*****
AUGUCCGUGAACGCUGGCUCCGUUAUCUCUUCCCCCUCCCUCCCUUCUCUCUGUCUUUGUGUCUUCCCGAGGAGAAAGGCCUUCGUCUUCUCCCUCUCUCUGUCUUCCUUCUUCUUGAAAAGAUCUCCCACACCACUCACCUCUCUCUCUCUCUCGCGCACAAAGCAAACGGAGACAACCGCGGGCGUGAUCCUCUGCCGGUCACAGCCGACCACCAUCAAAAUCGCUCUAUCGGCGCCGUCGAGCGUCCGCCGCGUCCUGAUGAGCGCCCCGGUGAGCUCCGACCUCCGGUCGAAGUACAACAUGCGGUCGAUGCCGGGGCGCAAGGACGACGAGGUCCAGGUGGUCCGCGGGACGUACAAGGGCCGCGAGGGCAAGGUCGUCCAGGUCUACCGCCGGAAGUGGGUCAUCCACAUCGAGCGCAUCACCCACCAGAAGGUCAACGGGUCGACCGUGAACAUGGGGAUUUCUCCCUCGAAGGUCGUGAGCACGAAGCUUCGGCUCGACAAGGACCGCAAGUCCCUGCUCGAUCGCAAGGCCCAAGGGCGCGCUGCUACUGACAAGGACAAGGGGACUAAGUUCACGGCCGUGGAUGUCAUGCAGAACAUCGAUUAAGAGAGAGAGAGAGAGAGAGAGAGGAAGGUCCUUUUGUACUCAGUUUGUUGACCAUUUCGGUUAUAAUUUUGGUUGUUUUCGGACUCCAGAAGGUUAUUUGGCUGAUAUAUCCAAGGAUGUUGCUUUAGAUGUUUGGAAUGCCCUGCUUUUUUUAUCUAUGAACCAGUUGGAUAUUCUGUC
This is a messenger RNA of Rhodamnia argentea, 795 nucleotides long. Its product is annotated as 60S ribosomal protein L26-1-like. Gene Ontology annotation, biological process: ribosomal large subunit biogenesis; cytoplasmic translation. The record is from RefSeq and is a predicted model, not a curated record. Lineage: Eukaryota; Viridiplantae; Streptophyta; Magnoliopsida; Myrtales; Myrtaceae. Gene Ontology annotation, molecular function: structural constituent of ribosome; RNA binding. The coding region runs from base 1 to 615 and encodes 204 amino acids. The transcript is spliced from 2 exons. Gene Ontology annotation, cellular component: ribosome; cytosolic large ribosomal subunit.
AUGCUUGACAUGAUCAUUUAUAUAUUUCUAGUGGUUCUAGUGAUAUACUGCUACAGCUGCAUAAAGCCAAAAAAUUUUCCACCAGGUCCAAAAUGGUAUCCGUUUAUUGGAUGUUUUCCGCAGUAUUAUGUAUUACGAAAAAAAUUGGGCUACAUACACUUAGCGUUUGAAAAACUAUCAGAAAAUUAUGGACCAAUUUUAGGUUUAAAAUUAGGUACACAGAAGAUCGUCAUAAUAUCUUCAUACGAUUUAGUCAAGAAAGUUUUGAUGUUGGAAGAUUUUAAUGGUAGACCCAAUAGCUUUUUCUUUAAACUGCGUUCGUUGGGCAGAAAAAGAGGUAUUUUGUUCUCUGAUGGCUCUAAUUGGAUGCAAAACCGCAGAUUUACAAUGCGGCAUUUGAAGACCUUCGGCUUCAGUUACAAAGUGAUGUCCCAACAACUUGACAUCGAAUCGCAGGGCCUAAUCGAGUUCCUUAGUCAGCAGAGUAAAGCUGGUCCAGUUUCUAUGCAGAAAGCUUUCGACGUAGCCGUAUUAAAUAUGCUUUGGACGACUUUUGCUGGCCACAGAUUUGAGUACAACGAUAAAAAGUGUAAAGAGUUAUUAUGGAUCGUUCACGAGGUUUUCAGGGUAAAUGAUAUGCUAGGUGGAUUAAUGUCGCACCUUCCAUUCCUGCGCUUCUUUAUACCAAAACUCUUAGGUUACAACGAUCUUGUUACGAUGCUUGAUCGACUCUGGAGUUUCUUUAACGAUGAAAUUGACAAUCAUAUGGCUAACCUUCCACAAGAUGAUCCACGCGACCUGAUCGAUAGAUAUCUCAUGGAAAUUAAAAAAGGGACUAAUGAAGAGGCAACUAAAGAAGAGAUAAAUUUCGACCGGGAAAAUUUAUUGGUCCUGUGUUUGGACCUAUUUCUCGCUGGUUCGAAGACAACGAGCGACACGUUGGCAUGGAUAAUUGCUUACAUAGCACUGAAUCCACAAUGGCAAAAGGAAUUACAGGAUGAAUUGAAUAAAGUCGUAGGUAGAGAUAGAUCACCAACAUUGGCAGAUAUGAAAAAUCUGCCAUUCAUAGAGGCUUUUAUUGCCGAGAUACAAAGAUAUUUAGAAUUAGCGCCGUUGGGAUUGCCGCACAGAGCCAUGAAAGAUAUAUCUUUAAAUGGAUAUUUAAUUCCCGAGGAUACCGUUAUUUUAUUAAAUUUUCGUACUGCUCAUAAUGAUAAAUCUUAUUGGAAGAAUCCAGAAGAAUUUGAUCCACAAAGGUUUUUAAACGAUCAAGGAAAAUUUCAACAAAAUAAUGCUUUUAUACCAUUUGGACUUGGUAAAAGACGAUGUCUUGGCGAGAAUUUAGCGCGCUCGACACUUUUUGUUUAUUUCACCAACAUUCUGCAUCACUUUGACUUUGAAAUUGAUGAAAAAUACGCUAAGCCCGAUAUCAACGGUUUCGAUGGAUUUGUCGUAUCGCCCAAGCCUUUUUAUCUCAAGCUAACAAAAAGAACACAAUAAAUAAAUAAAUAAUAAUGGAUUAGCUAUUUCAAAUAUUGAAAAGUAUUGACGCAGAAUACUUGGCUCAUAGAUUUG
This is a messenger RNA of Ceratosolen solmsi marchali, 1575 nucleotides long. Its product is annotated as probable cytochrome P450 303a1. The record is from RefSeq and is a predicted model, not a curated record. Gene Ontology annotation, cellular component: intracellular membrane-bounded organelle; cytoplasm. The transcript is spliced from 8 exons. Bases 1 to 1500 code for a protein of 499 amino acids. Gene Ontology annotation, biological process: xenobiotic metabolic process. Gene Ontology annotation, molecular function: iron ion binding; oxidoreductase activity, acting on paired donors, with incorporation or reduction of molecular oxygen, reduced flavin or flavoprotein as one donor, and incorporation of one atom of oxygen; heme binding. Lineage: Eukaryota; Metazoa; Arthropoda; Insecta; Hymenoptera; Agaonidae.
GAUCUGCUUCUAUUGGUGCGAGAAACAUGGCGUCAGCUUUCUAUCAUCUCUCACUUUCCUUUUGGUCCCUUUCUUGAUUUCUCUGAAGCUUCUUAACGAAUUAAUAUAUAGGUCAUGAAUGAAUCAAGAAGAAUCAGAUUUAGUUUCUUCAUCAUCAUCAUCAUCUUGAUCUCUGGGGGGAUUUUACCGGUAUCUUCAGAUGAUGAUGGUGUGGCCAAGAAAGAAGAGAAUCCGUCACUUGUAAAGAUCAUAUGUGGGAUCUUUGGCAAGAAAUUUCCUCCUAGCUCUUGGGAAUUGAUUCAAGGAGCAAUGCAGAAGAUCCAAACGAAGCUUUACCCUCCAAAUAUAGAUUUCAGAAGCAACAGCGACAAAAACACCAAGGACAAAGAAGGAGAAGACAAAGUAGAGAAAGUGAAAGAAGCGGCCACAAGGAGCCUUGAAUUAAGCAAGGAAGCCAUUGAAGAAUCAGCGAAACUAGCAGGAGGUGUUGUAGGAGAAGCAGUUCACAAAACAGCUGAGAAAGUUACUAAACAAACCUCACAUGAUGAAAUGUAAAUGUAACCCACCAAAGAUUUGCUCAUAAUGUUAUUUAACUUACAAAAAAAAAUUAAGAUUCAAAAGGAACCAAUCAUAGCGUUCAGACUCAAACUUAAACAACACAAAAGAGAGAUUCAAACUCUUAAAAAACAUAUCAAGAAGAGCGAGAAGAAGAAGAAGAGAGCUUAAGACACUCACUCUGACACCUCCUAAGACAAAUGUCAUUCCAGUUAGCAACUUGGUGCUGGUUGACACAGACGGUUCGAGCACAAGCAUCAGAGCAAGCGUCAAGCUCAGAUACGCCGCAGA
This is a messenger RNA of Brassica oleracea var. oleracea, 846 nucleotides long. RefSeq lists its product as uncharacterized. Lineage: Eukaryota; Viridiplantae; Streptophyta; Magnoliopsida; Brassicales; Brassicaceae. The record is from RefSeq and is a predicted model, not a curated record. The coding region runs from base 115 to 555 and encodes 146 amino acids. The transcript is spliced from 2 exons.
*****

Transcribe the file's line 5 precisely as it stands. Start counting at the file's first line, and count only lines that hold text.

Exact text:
GAUCUGCUUCUAUUGGUGCGAGAAACAUGGCGUCAGCUUUCUAUCAUCUCUCACUUUCCUUUUGGUCCCUUUCUUGAUUUCUCUGAAGCUUCUUAACGAAUUAAUAUAUAGGUCAUGAAUGAAUCAAGAAGAAUCAGAUUUAGUUUCUUCAUCAUCAUCAUCAUCUUGAUCUCUGGGGGGAUUUUACCGGUAUCUUCAGAUGAUGAUGGUGUGGCCAAGAAAGAAGAGAAUCCGUCACUUGUAAAGAUCAUAUGUGGGAUCUUUGGCAAGAAAUUUCCUCCUAGCUCUUGGGAAUUGAUUCAAGGAGCAAUGCAGAAGAUCCAAACGAAGCUUUACCCUCCAAAUAUAGAUUUCAGAAGCAACAGCGACAAAAACACCAAGGACAAAGAAGGAGAAGACAAAGUAGAGAAAGUGAAAGAAGCGGCCACAAGGAGCCUUGAAUUAAGCAAGGAAGCCAUUGAAGAAUCAGCGAAACUAGCAGGAGGUGUUGUAGGAGAAGCAGUUCACAAAACAGCUGAGAAAGUUACUAAACAAACCUCACAUGAUGAAAUGUAAAUGUAACCCACCAAAGAUUUGCUCAUAAUGUUAUUUAACUUACAAAAAAAAAUUAAGAUUCAAAAGGAACCAAUCAUAGCGUUCAGACUCAAACUUAAACAACACAAAAGAGAGAUUCAAACUCUUAAAAAACAUAUCAAGAAGAGCGAGAAGAAGAAGAAGAGAGCUUAAGACACUCACUCUGACACCUCCUAAGACAAAUGUCAUUCCAGUUAGCAACUUGGUGCUGGUUGACACAGACGGUUCGAGCACAAGCAUCAGAGCAAGCGUCAAGCUCAGAUACGCCGCAGA